Posted in How to, Inspiration, miniatures, Room box

Preserving the View from Above

It’s been a while since I’ve showed you progress on my Charles Rennie Mackintosh (CRM) room box. I have been moving forward on it, but just didn’t have anything pretty to show. You see, I have been deliberating about how to enclose it. I want to keep the dust out but I also want to see inside and even reach inside to arrange the furnishings.

I finally figured out a way. I started by making a frame of MDF that would be fastened permanently to the walls. Then I worked out a way to add an atrium-style roof insert.

I picked up an 8″ x 10″ sheet of 1/8″ Lexan polycarbonate sheet at Lowe’s and tried a couple ways to cut it. I was pleased to find that my carbide-tipped blade on my Proxxon table saw worked perfectly. I was even able to tilt the blade to make beveled edges along the center to make the peak.

To create the end pieces I made a template from an old file folder to determine the dimensions for the triangles, and then had to figure out a way to cut them. A while back I bought a gadget from Micro-Mark that would enable me to safely slide my material through at an angle. I’m so glad I made that purchase; it worked perfectly!

To support the Lexan, I cut two more triangles of 1/8″ particle board that I had on hand. I planned to glue them to the inner side of my end pieces.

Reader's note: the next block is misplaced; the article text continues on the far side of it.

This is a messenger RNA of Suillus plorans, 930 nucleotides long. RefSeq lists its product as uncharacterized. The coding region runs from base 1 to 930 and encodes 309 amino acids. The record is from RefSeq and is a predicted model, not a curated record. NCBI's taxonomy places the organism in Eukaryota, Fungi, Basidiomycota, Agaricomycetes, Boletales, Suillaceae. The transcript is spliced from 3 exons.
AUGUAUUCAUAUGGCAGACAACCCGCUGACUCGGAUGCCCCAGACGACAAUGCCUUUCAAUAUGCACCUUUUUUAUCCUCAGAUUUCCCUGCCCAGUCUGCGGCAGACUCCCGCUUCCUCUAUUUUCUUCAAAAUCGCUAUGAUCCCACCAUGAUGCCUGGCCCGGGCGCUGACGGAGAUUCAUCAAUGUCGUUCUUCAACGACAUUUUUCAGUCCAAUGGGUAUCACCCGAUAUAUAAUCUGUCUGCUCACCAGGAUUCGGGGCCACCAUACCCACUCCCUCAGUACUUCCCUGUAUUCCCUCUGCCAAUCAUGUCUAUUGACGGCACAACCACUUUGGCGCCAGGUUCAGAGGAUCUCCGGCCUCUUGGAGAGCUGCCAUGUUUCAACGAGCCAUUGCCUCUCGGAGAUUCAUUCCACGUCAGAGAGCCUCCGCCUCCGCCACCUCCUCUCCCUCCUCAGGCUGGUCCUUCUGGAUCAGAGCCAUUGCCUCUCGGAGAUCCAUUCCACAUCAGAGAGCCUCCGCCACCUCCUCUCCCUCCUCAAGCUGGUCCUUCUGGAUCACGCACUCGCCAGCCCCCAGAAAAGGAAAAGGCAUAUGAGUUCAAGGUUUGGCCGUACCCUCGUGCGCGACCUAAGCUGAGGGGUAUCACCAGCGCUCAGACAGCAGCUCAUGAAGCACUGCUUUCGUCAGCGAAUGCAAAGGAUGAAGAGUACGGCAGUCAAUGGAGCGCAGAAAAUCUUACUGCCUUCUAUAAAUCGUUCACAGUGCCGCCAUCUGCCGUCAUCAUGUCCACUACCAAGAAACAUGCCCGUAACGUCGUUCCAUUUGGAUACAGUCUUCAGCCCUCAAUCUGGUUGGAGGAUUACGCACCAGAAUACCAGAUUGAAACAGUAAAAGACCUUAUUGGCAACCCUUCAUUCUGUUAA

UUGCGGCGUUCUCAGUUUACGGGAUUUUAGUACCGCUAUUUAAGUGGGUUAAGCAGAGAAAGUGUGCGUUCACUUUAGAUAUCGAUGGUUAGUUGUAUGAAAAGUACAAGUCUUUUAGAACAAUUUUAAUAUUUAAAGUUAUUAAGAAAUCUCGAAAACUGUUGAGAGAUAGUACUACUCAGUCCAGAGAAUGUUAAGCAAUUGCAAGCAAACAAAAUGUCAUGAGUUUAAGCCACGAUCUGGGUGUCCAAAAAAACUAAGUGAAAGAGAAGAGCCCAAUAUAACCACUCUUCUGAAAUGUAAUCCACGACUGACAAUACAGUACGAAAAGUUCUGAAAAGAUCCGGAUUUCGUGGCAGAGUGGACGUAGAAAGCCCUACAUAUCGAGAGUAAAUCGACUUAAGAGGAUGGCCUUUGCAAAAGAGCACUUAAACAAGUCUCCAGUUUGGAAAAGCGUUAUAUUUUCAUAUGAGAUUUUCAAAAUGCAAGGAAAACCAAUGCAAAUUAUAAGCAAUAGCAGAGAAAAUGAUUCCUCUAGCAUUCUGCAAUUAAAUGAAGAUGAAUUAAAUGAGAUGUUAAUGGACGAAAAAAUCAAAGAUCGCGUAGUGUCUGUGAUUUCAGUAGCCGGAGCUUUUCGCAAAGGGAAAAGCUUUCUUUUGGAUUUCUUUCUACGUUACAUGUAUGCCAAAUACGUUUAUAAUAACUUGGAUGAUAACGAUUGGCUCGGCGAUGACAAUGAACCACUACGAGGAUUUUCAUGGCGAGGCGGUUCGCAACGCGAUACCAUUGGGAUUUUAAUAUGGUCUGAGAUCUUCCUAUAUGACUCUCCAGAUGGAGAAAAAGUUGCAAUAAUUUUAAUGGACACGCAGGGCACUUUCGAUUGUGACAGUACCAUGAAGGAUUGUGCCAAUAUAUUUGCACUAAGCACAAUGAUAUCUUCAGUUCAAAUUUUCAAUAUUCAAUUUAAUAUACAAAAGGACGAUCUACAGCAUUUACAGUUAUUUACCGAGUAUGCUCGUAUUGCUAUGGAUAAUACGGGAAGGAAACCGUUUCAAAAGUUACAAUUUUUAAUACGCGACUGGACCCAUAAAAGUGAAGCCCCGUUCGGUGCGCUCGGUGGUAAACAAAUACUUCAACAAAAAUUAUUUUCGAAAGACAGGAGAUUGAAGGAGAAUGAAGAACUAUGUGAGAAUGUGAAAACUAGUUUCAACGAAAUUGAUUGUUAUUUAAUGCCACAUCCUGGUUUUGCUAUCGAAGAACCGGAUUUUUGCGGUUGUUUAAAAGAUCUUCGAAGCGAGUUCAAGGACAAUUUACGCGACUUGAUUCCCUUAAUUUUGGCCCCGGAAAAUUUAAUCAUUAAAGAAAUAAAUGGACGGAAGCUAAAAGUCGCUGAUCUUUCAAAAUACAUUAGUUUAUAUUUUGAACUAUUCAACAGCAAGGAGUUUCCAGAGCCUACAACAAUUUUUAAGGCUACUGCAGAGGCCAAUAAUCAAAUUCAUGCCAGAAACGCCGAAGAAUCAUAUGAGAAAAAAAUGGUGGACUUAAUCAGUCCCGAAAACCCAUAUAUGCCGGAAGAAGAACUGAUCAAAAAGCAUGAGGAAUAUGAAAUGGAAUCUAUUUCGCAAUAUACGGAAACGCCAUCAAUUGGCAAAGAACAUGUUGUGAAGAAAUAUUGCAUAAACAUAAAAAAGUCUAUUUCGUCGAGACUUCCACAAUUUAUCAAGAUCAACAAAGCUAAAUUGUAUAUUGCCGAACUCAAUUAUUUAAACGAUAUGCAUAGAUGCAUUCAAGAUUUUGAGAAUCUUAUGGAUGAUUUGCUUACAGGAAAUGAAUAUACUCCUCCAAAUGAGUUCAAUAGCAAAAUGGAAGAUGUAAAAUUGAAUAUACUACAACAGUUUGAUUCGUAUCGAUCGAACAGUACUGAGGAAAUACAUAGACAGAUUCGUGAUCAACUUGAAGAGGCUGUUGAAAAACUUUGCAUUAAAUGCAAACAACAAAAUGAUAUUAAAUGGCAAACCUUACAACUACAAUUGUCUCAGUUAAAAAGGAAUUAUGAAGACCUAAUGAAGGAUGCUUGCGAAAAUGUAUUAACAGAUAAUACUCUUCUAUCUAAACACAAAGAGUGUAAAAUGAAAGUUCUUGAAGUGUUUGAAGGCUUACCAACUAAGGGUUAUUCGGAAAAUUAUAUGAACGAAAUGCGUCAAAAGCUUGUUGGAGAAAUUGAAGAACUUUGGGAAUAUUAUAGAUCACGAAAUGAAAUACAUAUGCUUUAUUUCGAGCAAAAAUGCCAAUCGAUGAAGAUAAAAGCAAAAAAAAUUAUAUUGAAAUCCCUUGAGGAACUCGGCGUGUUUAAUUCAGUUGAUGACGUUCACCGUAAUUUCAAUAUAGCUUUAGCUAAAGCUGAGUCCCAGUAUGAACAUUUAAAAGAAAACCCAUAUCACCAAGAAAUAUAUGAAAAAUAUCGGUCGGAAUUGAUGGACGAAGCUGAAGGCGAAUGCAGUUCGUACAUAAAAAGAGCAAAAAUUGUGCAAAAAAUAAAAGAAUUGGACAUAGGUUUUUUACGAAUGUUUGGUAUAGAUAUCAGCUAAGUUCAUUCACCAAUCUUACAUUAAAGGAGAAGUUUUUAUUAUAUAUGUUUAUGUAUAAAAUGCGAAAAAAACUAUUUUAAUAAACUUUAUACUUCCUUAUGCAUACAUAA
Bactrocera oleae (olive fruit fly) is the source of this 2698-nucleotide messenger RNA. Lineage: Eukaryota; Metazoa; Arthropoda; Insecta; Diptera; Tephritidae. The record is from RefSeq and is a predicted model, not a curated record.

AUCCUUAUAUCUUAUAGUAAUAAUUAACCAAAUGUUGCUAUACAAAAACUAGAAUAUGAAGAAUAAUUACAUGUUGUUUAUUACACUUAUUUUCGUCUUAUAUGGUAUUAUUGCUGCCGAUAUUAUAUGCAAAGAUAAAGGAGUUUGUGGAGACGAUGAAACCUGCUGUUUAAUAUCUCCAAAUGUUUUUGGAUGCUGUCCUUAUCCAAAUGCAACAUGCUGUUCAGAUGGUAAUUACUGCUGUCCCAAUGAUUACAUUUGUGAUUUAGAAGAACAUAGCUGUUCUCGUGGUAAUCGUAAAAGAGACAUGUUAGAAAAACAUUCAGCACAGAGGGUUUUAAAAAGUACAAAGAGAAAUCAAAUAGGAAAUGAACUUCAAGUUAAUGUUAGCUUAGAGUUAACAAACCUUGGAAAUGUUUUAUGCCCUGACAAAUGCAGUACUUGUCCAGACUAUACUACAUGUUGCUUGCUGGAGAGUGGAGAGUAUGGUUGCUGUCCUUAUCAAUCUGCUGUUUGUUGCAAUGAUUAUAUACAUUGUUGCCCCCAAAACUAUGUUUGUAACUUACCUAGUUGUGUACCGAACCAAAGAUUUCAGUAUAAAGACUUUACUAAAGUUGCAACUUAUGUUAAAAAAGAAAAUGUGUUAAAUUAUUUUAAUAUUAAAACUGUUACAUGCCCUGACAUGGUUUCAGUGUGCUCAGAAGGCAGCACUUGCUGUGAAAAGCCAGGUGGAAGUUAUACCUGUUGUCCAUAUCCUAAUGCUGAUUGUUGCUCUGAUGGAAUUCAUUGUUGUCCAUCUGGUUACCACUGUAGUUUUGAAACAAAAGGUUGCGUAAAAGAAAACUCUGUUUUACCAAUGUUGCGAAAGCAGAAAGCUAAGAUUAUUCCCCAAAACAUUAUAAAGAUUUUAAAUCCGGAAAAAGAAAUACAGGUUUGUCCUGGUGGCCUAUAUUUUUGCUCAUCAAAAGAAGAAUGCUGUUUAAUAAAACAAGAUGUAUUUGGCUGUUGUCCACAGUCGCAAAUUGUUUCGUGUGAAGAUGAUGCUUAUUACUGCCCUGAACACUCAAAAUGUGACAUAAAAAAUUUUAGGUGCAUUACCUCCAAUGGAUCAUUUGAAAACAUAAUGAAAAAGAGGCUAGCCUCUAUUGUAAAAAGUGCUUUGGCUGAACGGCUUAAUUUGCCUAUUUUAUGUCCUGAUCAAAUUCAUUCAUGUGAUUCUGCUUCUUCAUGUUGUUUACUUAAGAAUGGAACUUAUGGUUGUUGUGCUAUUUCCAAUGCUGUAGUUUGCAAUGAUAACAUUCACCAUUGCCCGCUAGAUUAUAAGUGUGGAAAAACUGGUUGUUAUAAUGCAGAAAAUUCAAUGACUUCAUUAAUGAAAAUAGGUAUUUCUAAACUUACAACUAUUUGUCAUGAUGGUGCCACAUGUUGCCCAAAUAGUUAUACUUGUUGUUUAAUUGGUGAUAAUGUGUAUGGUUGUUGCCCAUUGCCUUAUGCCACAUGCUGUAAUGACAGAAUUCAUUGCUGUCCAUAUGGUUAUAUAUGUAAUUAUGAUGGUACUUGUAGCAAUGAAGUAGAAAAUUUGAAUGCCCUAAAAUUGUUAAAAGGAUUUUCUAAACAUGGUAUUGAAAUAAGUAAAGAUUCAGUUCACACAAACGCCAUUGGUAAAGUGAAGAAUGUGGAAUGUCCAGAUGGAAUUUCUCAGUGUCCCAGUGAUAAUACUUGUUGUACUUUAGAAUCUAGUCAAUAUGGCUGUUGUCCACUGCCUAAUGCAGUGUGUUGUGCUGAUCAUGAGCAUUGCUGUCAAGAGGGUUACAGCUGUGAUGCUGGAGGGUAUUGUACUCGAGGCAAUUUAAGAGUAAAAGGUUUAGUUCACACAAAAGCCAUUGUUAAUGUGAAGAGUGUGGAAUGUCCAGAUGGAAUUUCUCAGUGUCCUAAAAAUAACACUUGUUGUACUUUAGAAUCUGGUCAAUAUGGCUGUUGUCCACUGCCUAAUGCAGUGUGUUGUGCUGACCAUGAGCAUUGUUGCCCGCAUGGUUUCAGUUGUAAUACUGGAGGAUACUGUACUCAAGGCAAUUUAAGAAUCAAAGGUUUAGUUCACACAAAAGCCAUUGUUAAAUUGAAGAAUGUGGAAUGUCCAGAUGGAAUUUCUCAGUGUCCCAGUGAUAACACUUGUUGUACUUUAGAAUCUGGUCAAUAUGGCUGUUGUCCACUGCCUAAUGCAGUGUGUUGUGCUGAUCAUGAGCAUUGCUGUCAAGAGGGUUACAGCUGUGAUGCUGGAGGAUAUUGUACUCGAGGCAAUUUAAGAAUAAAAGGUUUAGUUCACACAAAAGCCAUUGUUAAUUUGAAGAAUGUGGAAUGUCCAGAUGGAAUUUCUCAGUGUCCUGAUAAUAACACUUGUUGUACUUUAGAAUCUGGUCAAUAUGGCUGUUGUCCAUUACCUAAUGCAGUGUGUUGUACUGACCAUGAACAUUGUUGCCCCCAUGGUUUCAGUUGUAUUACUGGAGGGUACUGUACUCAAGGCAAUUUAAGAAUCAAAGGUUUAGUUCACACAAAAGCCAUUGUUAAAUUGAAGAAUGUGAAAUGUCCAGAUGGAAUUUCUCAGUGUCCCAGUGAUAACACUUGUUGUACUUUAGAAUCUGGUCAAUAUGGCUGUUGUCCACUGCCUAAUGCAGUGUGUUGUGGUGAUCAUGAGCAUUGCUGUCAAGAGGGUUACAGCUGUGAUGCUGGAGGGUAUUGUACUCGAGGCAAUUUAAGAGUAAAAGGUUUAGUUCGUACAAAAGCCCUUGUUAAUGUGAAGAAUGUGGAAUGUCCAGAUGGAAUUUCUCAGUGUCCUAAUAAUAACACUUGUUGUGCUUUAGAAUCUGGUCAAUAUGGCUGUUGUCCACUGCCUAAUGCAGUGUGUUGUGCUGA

This photo shows the inner workings. You can see the routed edge around the opening and how I offset the two triangle end pieces. The bottom edge offset helps hold the triangles in place. The Lexan will sit on an 1/8″ “ledge” around the opening.

I need to get some glue that is formulated for polycarbonate to fasten the top seam.

The next time you see this project, I will have glued all the pieces together, painted it and removed the protective film. I’ll also move on to a much simpler method for closing the back. Thanks for staying with me on this project.


I’m a Californian living in Oregon. But home is where my miniatures are.

8 thoughts on “Preserving the View from Above

  1. This is a beautiful solution to a difficult problem. I wouldn’t have had the vision to create such a roof. I would have consulted with my husband. PS Thanks for fabric information. I’m still looking.

    1. Necessity is the mother of Invention. I needed robust, removable and transparent. I also wanted it to be in keeping with the inspiration architecture. Et viola! The roof designed itself!

  2. What a fabulous solution! I really like how your roof insert turned out. The additionally good thing is that it will let in light from above, so people can really see your beautiful work.

  3. This is brilliant, Sherrill! I love how you have found a way to utilize all of the features of your saw! Glad you found the perfect Lexan locally, too!

  4. That is a brilliant solution, Sherrill, and very neatly executed! I look forward to seeing the finished result. Oh, and I’m very envious of that gadget for cutting wood at an angle. I only have a very tiny table saw but I think I might be able to engineer a device like that to fit it. I’m going to try.

    1. Thanks so much. I’m excited to show you the result. I just have a couple more days of work before I have both the top and the end enclosed. It’s surprising how it completes the look of the structure. Good luck on making the angle jig for your saw.

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